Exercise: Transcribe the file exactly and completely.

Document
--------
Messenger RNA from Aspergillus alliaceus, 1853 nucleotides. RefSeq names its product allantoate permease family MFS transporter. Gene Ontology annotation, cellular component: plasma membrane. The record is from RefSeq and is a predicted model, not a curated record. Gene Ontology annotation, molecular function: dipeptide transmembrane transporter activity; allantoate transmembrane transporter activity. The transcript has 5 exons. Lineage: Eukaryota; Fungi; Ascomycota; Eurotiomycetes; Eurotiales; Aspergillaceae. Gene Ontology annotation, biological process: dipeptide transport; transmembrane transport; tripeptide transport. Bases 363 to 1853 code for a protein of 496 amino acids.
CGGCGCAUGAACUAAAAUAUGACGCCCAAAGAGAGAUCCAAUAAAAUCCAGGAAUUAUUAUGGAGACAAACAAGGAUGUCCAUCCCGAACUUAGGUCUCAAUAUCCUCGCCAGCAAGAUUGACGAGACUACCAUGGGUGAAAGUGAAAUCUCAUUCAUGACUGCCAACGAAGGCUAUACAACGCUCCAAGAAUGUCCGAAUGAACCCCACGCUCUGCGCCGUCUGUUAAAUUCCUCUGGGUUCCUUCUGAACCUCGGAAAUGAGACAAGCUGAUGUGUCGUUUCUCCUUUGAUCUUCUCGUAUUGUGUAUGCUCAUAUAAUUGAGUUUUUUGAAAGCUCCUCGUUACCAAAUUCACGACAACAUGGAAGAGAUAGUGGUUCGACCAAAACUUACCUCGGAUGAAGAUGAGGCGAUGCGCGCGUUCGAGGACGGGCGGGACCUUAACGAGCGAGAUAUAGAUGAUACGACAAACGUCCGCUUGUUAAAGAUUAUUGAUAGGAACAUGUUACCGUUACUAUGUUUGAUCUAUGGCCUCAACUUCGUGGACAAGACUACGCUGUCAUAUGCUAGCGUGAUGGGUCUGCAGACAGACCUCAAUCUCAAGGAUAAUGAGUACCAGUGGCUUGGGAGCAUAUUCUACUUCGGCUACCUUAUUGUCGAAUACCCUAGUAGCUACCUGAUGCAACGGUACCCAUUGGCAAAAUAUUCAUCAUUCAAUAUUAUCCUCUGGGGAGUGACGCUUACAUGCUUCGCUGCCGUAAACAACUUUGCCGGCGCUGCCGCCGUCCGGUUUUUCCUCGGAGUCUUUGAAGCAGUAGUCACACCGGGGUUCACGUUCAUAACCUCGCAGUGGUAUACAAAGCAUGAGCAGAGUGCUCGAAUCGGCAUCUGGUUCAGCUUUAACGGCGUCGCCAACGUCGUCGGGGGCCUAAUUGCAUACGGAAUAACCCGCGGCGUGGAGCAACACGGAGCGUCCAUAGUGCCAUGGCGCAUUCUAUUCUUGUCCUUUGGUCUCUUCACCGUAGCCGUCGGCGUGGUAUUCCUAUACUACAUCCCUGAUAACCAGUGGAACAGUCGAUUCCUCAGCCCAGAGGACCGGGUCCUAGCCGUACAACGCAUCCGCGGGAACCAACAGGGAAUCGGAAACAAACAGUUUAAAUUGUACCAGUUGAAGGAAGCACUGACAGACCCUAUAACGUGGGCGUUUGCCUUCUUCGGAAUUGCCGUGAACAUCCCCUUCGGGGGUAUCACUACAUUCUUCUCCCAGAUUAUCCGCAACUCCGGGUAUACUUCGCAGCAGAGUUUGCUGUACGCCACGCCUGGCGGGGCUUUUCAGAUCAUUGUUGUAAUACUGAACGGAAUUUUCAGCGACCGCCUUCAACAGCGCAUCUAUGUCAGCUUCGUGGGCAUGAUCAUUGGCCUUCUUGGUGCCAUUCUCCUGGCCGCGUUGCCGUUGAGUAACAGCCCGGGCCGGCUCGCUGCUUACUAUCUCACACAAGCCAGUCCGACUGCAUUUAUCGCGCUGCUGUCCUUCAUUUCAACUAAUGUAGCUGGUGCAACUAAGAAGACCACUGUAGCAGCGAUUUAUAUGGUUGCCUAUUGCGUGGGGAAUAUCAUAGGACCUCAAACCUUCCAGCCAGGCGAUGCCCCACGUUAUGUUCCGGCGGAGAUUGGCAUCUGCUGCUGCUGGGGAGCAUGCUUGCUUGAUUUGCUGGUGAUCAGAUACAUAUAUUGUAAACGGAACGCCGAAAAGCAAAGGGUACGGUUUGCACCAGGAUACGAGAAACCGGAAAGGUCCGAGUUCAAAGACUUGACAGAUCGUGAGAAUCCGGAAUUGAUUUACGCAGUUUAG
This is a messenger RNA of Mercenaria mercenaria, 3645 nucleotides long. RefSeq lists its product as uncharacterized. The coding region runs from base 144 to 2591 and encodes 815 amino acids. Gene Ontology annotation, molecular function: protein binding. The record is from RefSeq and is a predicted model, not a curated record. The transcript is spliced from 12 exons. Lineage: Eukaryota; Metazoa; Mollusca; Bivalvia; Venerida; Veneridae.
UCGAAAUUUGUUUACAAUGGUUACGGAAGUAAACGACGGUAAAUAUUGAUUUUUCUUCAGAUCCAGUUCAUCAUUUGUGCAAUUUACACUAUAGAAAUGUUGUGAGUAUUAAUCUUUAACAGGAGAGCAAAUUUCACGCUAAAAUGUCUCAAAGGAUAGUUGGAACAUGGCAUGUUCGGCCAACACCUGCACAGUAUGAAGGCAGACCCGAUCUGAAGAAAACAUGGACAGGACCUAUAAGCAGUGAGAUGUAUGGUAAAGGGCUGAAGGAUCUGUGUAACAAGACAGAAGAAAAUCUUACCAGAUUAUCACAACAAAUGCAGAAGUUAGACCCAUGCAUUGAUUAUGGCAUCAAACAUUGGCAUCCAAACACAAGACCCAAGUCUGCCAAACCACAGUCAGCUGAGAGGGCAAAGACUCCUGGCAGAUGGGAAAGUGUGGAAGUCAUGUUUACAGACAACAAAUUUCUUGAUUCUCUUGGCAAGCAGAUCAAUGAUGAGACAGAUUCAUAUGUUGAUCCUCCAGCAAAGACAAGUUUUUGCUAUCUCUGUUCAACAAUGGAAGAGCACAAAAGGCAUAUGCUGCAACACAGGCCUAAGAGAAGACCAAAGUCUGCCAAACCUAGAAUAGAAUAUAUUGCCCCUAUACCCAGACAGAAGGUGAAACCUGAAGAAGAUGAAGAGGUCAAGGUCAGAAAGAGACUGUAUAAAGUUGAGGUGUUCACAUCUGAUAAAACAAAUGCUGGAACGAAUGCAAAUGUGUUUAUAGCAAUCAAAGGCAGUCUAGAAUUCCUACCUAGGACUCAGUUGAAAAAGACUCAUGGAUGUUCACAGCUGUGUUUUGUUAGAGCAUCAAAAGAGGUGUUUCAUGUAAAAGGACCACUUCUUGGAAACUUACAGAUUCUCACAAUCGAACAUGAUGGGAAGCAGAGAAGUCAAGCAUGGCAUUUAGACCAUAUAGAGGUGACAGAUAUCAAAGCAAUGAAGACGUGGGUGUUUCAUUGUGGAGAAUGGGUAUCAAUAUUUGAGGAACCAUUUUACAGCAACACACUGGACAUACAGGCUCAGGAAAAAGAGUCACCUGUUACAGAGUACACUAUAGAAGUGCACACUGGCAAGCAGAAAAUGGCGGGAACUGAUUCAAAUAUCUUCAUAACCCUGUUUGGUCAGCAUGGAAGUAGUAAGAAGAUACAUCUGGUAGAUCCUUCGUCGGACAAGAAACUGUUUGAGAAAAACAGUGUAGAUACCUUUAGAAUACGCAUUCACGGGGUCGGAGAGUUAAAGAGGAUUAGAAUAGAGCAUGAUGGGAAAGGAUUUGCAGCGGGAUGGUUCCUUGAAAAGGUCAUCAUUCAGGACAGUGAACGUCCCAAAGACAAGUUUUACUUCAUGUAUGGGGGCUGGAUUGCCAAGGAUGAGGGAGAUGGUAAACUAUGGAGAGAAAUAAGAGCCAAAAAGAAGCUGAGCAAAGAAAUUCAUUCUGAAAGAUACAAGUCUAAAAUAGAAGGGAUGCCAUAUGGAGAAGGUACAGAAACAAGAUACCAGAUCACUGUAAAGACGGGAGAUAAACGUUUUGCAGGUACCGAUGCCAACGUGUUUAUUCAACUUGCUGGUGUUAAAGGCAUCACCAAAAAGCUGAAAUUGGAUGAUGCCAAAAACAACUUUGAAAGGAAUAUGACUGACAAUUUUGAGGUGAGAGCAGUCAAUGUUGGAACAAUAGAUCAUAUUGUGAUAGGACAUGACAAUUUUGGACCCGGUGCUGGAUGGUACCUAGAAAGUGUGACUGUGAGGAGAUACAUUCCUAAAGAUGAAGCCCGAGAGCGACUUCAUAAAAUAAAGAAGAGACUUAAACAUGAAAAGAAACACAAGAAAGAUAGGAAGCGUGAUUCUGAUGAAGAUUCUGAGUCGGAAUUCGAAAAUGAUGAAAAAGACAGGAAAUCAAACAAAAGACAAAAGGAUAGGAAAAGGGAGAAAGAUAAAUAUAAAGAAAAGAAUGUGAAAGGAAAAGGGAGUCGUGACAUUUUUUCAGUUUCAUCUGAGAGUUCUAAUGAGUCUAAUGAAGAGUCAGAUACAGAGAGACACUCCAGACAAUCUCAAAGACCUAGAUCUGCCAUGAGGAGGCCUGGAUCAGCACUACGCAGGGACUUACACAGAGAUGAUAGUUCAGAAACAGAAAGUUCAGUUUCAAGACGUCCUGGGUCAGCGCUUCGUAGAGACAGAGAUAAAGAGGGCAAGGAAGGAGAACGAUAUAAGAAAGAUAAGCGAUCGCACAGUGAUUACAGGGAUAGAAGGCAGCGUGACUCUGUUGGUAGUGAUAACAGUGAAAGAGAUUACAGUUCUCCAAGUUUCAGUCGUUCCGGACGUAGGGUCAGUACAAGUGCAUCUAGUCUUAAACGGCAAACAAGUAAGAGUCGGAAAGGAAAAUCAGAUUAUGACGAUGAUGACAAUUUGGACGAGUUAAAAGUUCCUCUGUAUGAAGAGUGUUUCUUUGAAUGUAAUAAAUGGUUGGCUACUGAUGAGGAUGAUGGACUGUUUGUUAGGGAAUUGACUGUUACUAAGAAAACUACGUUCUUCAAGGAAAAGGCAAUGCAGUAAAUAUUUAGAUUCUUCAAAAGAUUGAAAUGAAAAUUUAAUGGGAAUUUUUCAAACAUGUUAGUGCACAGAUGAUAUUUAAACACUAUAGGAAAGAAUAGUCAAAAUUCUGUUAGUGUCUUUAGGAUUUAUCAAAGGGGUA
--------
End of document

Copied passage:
Messenger RNA from Aspergillus alliaceus, 1853 nucleotides. RefSeq names its product allantoate permease family MFS transporter. Gene Ontology annotation, cellular component: plasma membrane. The record is from RefSeq and is a predicted model, not a curated record. Gene Ontology annotation, molecular function: dipeptide transmembrane transporter activity; allantoate transmembrane transporter activity. The transcript has 5 exons. Lineage: Eukaryota; Fungi; Ascomycota; Eurotiomycetes; Eurotiales; Aspergillaceae. Gene Ontology annotation, biological process: dipeptide transport; transmembrane transport; tripeptide transport. Bases 363 to 1853 code for a protein of 496 amino acids.
CGGCGCAUGAACUAAAAUAUGACGCCCAAAGAGAGAUCCAAUAAAAUCCAGGAAUUAUUAUGGAGACAAACAAGGAUGUCCAUCCCGAACUUAGGUCUCAAUAUCCUCGCCAGCAAGAUUGACGAGACUACCAUGGGUGAAAGUGAAAUCUCAUUCAUGACUGCCAACGAAGGCUAUACAACGCUCCAAGAAUGUCCGAAUGAACCCCACGCUCUGCGCCGUCUGUUAAAUUCCUCUGGGUUCCUUCUGAACCUCGGAAAUGAGACAAGCUGAUGUGUCGUUUCUCCUUUGAUCUUCUCGUAUUGUGUAUGCUCAUAUAAUUGAGUUUUUUGAAAGCUCCUCGUUACCAAAUUCACGACAACAUGGAAGAGAUAGUGGUUCGACCAAAACUUACCUCGGAUGAAGAUGAGGCGAUGCGCGCGUUCGAGGACGGGCGGGACCUUAACGAGCGAGAUAUAGAUGAUACGACAAACGUCCGCUUGUUAAAGAUUAUUGAUAGGAACAUGUUACCGUUACUAUGUUUGAUCUAUGGCCUCAACUUCGUGGACAAGACUACGCUGUCAUAUGCUAGCGUGAUGGGUCUGCAGACAGACCUCAAUCUCAAGGAUAAUGAGUACCAGUGGCUUGGGAGCAUAUUCUACUUCGGCUACCUUAUUGUCGAAUACCCUAGUAGCUACCUGAUGCAACGGUACCCAUUGGCAAAAUAUUCAUCAUUCAAUAUUAUCCUCUGGGGAGUGACGCUUACAUGCUUCGCUGCCGUAAACAACUUUGCCGGCGCUGCCGCCGUCCGGUUUUUCCUCGGAGUCUUUGAAGCAGUAGUCACACCGGGGUUCACGUUCAUAACCUCGCAGUGGUAUACAAAGCAUGAGCAGAGUGCUCGAAUCGGCAUCUGGUUCAGCUUUAACGGCGUCGCCAACGUCGUCGGGGGCCUAAUUGCAUACGGAAUAACCCGCGGCGUGGAGCAACACGGAGCGUCCAUAGUGCCAUGGCGCAUUCUAUUCUUGUCCUUUGGUCUCUUCACCGUAGCCGUCGGCGUGGUAUUCCUAUACUACAUCCCUGAUAACCAGUGGAACAGUCGAUUCCUCAGCCCAGAGGACCGGGUCCUAGCCGUACAACGCAUCCGCGGGAACCAACAGGGAAUCGGAAACAAACAGUUUAAAUUGUACCAGUUGAAGGAAGCACUGACAGACCCUAUAACGUGGGCGUUUGCCUUCUUCGGAAUUGCCGUGAACAUCCCCUUCGGGGGUAUCACUACAUUCUUCUCCCAGAUUAUCCGCAACUCCGGGUAUACUUCGCAGCAGAGUUUGCUGUACGCCACGCCUGGCGGGGCUUUUCAGAUCAUUGUUGUAAUACUGAACGGAAUUUUCAGCGACCGCCUUCAACAGCGCAUCUAUGUCAGCUUCGUGGGCAUGAUCAUUGGCCUUCUUGGUGCCAUUCUCCUGGCCGCGUUGCCGUUGAGUAACAGCCCGGGCCGGCUCGCUGCUUACUAUCUCACACAAGCCAGUCCGACUGCAUUUAUCGCGCUGCUGUCCUUCAUUUCAACUAAUGUAGCUGGUGCAACUAAGAAGACCACUGUAGCAGCGAUUUAUAUGGUUGCCUAUUGCGUGGGGAAUAUCAUAGGACCUCAAACCUUCCAGCCAGGCGAUGCCCCACGUUAUGUUCCGGCGGAGAUUGGCAUCUGCUGCUGCUGGGGAGCAUGCUUGCUUGAUUUGCUGGUGAUCAGAUACAUAUAUUGUAAACGGAACGCCGAAAAGCAAAGGGUACGGUUUGCACCAGGAUACGAGAAACCGGAAAGGUCCGAGUUCAAAGACUUGACAGAUCGUGAGAAUCCGGAAUUGAUUUACGCAGUUUAG
This is a messenger RNA of Mercenaria mercenaria, 3645 nucleotides long. RefSeq lists its product as uncharacterized. The coding region runs from base 144 to 2591 and encodes 815 amino acids. Gene Ontology annotation, molecular function: protein binding. The record is from RefSeq and is a predicted model, not a curated record. The transcript is spliced from 12 exons. Lineage: Eukaryota; Metazoa; Mollusca; Bivalvia; Venerida; Veneridae.
UCGAAAUUUGUUUACAAUGGUUACGGAAGUAAACGACGGUAAAUAUUGAUUUUUCUUCAGAUCCAGUUCAUCAUUUGUGCAAUUUACACUAUAGAAAUGUUGUGAGUAUUAAUCUUUAACAGGAGAGCAAAUUUCACGCUAAAAUGUCUCAAAGGAUAGUUGGAACAUGGCAUGUUCGGCCAACACCUGCACAGUAUGAAGGCAGACCCGAUCUGAAGAAAACAUGGACAGGACCUAUAAGCAGUGAGAUGUAUGGUAAAGGGCUGAAGGAUCUGUGUAACAAGACAGAAGAAAAUCUUACCAGAUUAUCACAACAAAUGCAGAAGUUAGACCCAUGCAUUGAUUAUGGCAUCAAACAUUGGCAUCCAAACACAAGACCCAAGUCUGCCAAACCACAGUCAGCUGAGAGGGCAAAGACUCCUGGCAGAUGGGAAAGUGUGGAAGUCAUGUUUACAGACAACAAAUUUCUUGAUUCUCUUGGCAAGCAGAUCAAUGAUGAGACAGAUUCAUAUGUUGAUCCUCCAGCAAAGACAAGUUUUUGCUAUCUCUGUUCAACAAUGGAAGAGCACAAAAGGCAUAUGCUGCAACACAGGCCUAAGAGAAGACCAAAGUCUGCCAAACCUAGAAUAGAAUAUAUUGCCCCUAUACCCAGACAGAAGGUGAAACCUGAAGAAGAUGAAGAGGUCAAGGUCAGAAAGAGACUGUAUAAAGUUGAGGUGUUCACAUCUGAUAAAACAAAUGCUGGAACGAAUGCAAAUGUGUUUAUAGCAAUCAAAGGCAGUCUAGAAUUCCUACCUAGGACUCAGUUGAAAAAGACUCAUGGAUGUUCACAGCUGUGUUUUGUUAGAGCAUCAAAAGAGGUGUUUCAUGUAAAAGGACCACUUCUUGGAAACUUACAGAUUCUCACAAUCGAACAUGAUGGGAAGCAGAGAAGUCAAGCAUGGCAUUUAGACCAUAUAGAGGUGACAGAUAUCAAAGCAAUGAAGACGUGGGUGUUUCAUUGUGGAGAAUGGGUAUCAAUAUUUGAGGAACCAUUUUACAGCAACACACUGGACAUACAGGCUCAGGAAAAAGAGUCACCUGUUACAGAGUACACUAUAGAAGUGCACACUGGCAAGCAGAAAAUGGCGGGAACUGAUUCAAAUAUCUUCAUAACCCUGUUUGGUCAGCAUGGAAGUAGUAAGAAGAUACAUCUGGUAGAUCCUUCGUCGGACAAGAAACUGUUUGAGAAAAACAGUGUAGAUACCUUUAGAAUACGCAUUCACGGGGUCGGAGAGUUAAAGAGGAUUAGAAUAGAGCAUGAUGGGAAAGGAUUUGCAGCGGGAUGGUUCCUUGAAAAGGUCAUCAUUCAGGACAGUGAACGUCCCAAAGACAAGUUUUACUUCAUGUAUGGGGGCUGGAUUGCCAAGGAUGAGGGAGAUGGUAAACUAUGGAGAGAAAUAAGAGCCAAAAAGAAGCUGAGCAAAGAAAUUCAUUCUGAAAGAUACAAGUCUAAAAUAGAAGGGAUGCCAUAUGGAGAAGGUACAGAAACAAGAUACCAGAUCACUGUAAAGACGGGAGAUAAACGUUUUGCAGGUACCGAUGCCAACGUGUUUAUUCAACUUGCUGGUGUUAAAGGCAUCACCAAAAAGCUGAAAUUGGAUGAUGCCAAAAACAACUUUGAAAGGAAUAUGACUGACAAUUUUGAGGUGAGAGCAGUCAAUGUUGGAACAAUAGAUCAUAUUGUGAUAGGACAUGACAAUUUUGGACCCGGUGCUGGAUGGUACCUAGAAAGUGUGACUGUGAGGAGAUACAUUCCUAAAGAUGAAGCCCGAGAGCGACUUCAUAAAAUAAAGAAGAGACUUAAACAUGAAAAGAAACACAAGAAAGAUAGGAAGCGUGAUUCUGAUGAAGAUUCUGAGUCGGAAUUCGAAAAUGAUGAAAAAGACAGGAAAUCAAACAAAAGACAAAAGGAUAGGAAAAGGGAGAAAGAUAAAUAUAAAGAAAAGAAUGUGAAAGGAAAAGGGAGUCGUGACAUUUUUUCAGUUUCAUCUGAGAGUUCUAAUGAGUCUAAUGAAGAGUCAGAUACAGAGAGACACUCCAGACAAUCUCAAAGACCUAGAUCUGCCAUGAGGAGGCCUGGAUCAGCACUACGCAGGGACUUACACAGAGAUGAUAGUUCAGAAACAGAAAGUUCAGUUUCAAGACGUCCUGGGUCAGCGCUUCGUAGAGACAGAGAUAAAGAGGGCAAGGAAGGAGAACGAUAUAAGAAAGAUAAGCGAUCGCACAGUGAUUACAGGGAUAGAAGGCAGCGUGACUCUGUUGGUAGUGAUAACAGUGAAAGAGAUUACAGUUCUCCAAGUUUCAGUCGUUCCGGACGUAGGGUCAGUACAAGUGCAUCUAGUCUUAAACGGCAAACAAGUAAGAGUCGGAAAGGAAAAUCAGAUUAUGACGAUGAUGACAAUUUGGACGAGUUAAAAGUUCCUCUGUAUGAAGAGUGUUUCUUUGAAUGUAAUAAAUGGUUGGCUACUGAUGAGGAUGAUGGACUGUUUGUUAGGGAAUUGACUGUUACUAAGAAAACUACGUUCUUCAAGGAAAAGGCAAUGCAGUAAAUAUUUAGAUUCUUCAAAAGAUUGAAAUGAAAAUUUAAUGGGAAUUUUUCAAACAUGUUAGUGCACAGAUGAUAUUUAAACACUAUAGGAAAGAAUAGUCAAAAUUCUGUUAGUGUCUUUAGGAUUUAUCAAAGGGGUA